On the suction side of the centripetal fan 2 is disposed a suction guide member 5 shaped into a flat plate, perpendicularly to the rotary shaft 3. This suction guide member 5, as shown in FIG. 2, is supported by means of studs 51 erectly provided below the floor panel 103. In addition, the motor 4 is housed in a motor casing 52 fixed to a lower surface of the suction guide member 5.

On the discharge side of the centripetal fan 2 is disposed a discharge guide member 6 shaped into a cylindrical form coaxial with the rotary shaft 3. This discharge guide member 6 is supported on the floor panel 103 by means of a radial bracket 600.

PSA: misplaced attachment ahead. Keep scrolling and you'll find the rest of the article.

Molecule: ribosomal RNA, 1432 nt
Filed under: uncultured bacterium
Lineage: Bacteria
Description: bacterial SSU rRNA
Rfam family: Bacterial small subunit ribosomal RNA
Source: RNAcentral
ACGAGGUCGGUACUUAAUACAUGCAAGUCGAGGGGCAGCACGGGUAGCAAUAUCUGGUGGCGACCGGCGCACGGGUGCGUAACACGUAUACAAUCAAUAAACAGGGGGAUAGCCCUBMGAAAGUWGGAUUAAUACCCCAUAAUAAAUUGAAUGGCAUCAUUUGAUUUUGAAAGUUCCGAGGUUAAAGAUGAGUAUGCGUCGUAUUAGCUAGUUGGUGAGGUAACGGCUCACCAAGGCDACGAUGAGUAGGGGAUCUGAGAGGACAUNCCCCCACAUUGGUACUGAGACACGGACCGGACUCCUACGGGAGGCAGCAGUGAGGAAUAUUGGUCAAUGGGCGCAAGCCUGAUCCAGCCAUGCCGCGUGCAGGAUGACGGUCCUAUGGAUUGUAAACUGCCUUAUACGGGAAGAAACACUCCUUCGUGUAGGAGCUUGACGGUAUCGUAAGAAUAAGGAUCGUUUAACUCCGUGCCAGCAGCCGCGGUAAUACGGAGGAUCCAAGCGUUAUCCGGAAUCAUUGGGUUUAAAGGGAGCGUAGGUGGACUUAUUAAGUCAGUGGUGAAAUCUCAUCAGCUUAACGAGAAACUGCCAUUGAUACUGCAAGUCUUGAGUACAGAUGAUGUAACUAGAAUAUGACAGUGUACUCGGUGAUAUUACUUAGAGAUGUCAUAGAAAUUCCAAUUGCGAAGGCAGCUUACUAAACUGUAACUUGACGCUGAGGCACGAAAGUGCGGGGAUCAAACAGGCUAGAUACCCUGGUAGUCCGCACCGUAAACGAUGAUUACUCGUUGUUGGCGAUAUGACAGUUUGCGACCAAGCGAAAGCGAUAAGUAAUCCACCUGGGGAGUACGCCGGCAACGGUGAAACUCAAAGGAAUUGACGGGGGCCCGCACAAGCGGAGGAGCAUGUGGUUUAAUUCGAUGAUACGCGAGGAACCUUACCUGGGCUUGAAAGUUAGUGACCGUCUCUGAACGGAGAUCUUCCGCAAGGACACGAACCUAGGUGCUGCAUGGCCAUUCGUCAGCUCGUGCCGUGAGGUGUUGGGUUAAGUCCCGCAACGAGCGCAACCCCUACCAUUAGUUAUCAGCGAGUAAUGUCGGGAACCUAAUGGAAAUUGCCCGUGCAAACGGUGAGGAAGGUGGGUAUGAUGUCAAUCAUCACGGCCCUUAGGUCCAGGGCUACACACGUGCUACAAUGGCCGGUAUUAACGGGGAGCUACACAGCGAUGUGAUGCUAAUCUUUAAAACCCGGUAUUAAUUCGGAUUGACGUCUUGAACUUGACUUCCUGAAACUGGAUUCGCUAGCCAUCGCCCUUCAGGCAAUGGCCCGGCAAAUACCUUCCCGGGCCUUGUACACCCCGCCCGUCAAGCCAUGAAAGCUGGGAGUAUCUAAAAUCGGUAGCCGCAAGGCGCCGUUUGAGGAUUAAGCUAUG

As shown in FIG. 4, an upstream-side cylinder start portion 60 of the discharge guide member 6 is positioned at a level between the tip-side leading edge 212 and the tip-side trailing edge 222 of each blade of the centripetal fan 2. From the cylinder start portion 60 is continued an annular bell mouth 61 projecting radially outwardly and being generally semicircular in cross section. The bell mouth serves as a suction air introducing means. This bell mouth 61 leads the suction air smoothly into the discharge guide member 6 by virtue of its configuration, so that pressure loss is reduced.

It is noted that provision of the suction air introducing means is not essential, although it is preferable to provide such means as in this embodiment. Further, besides a shape having a curved cross section like the bell mouth 61 of this embodiment, the suction air introducing means can be formed into a shape which radially outwardly projects only horizontally without being curved at all, although not shown.